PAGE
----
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'An Ocean Apart' (1)

2000s

audio; literary landscapes

Am Baile

Literary Landscapes: Robin Pilcher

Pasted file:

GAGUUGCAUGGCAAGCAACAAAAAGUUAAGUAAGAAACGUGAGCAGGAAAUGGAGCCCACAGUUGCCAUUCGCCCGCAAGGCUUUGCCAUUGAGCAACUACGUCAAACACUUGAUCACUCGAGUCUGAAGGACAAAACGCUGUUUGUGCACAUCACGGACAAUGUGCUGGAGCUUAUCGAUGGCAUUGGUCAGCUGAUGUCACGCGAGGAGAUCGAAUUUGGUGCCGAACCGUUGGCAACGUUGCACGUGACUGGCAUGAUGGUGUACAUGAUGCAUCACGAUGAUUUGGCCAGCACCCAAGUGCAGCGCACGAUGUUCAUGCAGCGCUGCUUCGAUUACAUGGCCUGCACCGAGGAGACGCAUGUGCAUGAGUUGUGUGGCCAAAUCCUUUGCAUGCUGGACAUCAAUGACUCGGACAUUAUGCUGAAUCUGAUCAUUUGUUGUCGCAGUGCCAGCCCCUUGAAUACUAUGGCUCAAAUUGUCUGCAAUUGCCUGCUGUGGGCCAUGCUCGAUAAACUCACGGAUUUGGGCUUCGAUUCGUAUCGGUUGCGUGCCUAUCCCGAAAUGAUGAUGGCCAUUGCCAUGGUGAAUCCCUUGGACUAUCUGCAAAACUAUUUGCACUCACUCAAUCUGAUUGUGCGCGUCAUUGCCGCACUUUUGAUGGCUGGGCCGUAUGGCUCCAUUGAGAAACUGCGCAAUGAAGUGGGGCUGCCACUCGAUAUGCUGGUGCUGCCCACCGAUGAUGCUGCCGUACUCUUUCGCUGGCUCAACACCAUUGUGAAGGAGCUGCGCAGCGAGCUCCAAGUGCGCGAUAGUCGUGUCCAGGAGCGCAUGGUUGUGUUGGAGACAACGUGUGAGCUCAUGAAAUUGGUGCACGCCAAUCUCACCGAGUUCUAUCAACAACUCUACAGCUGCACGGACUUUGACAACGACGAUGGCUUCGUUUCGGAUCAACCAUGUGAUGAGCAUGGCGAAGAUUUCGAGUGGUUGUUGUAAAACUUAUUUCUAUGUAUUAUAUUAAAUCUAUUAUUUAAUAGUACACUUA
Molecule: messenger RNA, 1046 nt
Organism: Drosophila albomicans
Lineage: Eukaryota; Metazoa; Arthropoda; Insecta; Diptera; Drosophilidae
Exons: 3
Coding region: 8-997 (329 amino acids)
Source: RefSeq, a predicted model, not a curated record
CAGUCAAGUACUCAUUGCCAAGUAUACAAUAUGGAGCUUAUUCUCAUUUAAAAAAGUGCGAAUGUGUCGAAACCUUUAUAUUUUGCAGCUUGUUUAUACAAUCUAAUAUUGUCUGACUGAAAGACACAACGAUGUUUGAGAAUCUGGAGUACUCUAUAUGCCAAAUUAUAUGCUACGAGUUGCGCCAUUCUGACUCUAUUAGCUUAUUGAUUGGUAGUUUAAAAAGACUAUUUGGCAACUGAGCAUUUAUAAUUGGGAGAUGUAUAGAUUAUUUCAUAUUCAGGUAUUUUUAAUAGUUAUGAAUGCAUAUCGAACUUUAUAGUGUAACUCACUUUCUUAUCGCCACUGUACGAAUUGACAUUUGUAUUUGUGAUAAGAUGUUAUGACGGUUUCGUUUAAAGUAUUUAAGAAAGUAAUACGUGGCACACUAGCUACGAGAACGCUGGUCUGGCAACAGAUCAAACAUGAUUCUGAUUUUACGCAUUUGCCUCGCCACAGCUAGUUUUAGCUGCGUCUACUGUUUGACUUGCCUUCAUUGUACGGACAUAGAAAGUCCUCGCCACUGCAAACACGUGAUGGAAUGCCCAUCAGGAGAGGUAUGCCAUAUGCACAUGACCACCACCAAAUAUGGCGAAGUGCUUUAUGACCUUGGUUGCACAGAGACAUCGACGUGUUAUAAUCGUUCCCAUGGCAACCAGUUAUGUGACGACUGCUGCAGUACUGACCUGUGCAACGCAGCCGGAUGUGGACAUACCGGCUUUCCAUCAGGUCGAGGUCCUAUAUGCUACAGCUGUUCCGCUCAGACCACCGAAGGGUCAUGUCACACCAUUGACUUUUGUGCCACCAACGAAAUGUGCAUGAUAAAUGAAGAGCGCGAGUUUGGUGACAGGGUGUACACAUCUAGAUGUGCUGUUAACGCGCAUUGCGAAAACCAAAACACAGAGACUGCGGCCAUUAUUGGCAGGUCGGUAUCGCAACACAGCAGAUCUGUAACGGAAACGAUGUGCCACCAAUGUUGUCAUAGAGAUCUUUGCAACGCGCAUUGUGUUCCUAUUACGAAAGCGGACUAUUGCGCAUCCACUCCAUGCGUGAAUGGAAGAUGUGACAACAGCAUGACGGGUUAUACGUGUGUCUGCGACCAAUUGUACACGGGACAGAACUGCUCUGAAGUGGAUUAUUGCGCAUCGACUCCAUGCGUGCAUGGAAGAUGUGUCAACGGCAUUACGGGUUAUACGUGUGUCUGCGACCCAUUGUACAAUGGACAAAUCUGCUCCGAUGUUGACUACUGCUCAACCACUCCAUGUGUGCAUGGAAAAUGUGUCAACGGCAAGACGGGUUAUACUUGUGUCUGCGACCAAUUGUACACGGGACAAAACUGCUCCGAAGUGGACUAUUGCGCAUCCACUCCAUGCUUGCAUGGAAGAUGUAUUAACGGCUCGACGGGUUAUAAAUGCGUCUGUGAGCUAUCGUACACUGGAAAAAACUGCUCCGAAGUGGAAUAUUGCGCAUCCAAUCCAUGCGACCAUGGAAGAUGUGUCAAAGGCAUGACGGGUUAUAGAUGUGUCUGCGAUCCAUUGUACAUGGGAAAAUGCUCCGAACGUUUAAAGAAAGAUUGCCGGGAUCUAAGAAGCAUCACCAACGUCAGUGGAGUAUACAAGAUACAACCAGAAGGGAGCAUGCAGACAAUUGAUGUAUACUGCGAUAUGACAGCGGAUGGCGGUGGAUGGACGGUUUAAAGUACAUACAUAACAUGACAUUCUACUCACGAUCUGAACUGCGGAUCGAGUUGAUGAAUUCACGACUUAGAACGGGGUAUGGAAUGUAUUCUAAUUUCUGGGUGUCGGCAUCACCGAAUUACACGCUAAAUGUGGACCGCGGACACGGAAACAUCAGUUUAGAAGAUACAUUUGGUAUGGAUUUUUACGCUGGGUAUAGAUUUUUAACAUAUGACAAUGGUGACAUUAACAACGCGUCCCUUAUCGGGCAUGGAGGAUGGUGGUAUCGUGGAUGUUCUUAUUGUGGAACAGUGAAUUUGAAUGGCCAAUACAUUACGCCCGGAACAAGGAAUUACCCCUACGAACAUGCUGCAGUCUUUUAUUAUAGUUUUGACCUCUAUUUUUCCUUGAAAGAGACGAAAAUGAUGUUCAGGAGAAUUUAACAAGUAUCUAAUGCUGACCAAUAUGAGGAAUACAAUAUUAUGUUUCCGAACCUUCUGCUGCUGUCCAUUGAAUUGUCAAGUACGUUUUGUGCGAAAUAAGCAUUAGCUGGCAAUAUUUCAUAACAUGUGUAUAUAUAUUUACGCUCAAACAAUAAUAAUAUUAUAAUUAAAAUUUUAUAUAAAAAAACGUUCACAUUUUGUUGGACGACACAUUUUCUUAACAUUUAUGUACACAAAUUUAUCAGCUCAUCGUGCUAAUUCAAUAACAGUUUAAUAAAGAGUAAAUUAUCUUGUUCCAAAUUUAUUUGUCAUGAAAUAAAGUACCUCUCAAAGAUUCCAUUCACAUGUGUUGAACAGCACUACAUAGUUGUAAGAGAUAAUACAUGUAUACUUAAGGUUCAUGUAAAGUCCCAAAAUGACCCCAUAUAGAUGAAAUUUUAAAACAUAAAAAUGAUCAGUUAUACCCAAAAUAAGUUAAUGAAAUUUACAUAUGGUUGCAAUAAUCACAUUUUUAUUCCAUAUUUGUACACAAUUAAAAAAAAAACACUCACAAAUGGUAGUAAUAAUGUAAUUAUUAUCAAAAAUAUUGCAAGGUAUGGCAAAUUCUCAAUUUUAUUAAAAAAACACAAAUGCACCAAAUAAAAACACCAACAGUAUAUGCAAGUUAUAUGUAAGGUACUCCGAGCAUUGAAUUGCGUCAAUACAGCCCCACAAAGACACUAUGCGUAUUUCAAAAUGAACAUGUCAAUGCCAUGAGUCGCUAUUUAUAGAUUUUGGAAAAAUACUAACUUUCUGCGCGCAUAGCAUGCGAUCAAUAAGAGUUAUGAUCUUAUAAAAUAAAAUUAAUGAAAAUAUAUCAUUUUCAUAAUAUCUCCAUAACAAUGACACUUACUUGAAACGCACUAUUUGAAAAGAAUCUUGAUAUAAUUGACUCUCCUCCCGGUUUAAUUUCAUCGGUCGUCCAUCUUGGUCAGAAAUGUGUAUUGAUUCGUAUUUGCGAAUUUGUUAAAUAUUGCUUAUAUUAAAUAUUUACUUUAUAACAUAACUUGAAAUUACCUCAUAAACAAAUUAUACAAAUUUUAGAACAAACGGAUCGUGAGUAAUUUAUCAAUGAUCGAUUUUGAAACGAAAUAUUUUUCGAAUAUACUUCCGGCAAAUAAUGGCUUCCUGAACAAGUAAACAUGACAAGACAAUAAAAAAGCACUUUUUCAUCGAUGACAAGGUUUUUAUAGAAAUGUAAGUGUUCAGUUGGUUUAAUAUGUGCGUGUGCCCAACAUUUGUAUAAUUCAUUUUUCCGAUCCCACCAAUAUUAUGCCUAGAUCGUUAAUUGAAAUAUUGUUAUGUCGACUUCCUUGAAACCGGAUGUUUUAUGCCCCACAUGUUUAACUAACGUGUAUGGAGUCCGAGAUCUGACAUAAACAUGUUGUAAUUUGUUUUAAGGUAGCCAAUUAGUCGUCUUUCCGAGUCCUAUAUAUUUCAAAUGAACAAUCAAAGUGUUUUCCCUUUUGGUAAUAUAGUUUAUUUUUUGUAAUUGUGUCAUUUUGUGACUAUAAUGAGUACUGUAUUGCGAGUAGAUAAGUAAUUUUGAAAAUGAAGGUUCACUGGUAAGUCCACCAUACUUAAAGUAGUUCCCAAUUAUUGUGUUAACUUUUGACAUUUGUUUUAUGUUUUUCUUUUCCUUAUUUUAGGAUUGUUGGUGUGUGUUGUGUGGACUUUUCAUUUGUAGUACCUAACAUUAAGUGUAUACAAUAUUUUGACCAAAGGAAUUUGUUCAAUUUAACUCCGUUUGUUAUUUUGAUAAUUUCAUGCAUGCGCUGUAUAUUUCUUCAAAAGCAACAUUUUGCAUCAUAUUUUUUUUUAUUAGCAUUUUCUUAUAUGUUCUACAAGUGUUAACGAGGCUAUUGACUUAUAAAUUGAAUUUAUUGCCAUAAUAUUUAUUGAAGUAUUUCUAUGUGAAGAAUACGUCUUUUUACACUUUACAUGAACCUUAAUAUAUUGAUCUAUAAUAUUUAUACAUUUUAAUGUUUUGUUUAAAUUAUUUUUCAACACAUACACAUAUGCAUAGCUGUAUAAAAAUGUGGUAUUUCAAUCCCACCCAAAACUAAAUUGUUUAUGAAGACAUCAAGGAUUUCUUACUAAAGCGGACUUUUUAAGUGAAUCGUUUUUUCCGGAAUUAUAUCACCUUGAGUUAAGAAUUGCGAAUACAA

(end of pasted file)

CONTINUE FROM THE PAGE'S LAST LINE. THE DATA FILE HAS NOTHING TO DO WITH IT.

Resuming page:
This audio extract is from 'An Ocean Apart' by Robin Pilcher, first published in 1999. It is read here by the author.<br /> <br /> 'As soon as David turned out through the gates of Inchelvie and onto the main road towards Dalnachoil, the clouds broke for the first time in about a month, allowing a fleeting splash of pale blue to push weakly through from above, followed almost immediately by a meagre ray of sunshine which glinted briefly on the windscreen of the car. By the time the Audi had reached the top of the main street of Dalnachoil, the streaks of blue had lengthened and the sun began to dart in and out through the clouds, bursting forth its unfettered light onto the houses of the village and casting swift-moving fluffy shadows onto the sides of the surrounding hills. As they drove along the main street, George Inchelvie raised his hand continuously to wave at acquaintances on the pavement, and David glanced in the rear-view mirror at the querying faces that followed the departure of the car, the villagers being unaccustomed of late to seeing both himself and his father driving off together.<br /> <br /> Once out of Dalnachoil's speed limit, David felt a light unexpected surge of excitement slip its way through the barricades of dullness in his mind, almost as if he was at last managing to make a break from the confines of his small, sad world. He had never ventured farther than the village in the past month, and his visits there had been brief and only out of unavoidable necessity, always fearing that he might be caight up in understanding and conforting conversations with the locals. But now, driving in his own car through the familiar road, he sensed almost a feeling of well being as they wound round their way southwards through glen, flanked on either side by green sunlit fields which stretched away to clash against the brown blanket of heathermoorland that rolled down from the hills above. He glanced over at his father , and for the firsttime in a long while was able to feel a sudden burst of intense love for the old man who sat with his eyes closed, his hand cupped around his ear to help him pick up the low tones of the radio. David reached forward to turn up the volume, and his father looked round and smiled.<br /> <br /> "Thanks - that's a bit better," he said, dropping his hand to his lap. " Forgot to put in my bloody hearing-aid this morning."<br /> <br /> At the bottom of the glen, David edged out at T-junction, then pulled away in the direction of Aberlour, pushing the car hard so that he could feel the power of the engine press his back into the seat. The narrow road followed the contours of the Spey River, running swollen and brown after the spring rains. David took it fast but warily, being forced to slow from time to time to avoid hittingg a veriety of obstacles that met on his way: first an ageing Massey-Ferguson tractor, which came hammering up the road towards him, black smoke belching from its punctured exhaust-pipe, while a large round bale of hay, while a large round bale of hay, bouncing wildly on its front loader, successfully impeded its driver's vision of the road ahead: next two black-face eyes ewes that were lying in the middle of the road, soaking up the warmth from the Tarmac, their heads thrown back as they cudded, like a couple of haughty old ladies complaining disdainfully to each other about this unscheduled disturbance to their peace: and finally a flashy new four-wheel-drive vehicle parked haphazardly at the side of the road, the empty fishing-rod holder on its roof indicating that its driver was somewhere down on the banks of the river, playing its pools and eddies for salmon.'<br /> <br /> Robin Pilcher was born in Dundee on 10th August 1950, the second child of Graham, a director of the family jute business, and the novelist Rosamunde Pilcher. He attended school in Dunfermline and Bristol before finally returning home to complete his education at Dundee College of Commerce.<br /> <br /> Robin has worked as a cowboy, an assistant film cameraman, a farmer, a public relations and marketing consultant and a tennis coach. His first book, 'An Ocean Apart' (1999) sold to 11 countries and reached the lower echelons of the best-seller lists in the UK and the USA. This was followed in 2002 by 'Starting Over', which reached number 9 in the New York Times Bestseller Lists, and 'A Risk Worth Taking' in February 2004. All three books have been adapted for television. Robin's latest book 'Starburst' (2007) is set around the annual Edinburgh Festival.<br /> <br /> Robin and his wife Kirsty divide their time between Scotland and Spain. Robin is a keen player of golf and tennis, and when the mood takes him he still picks up his guitar to strum out a ballad.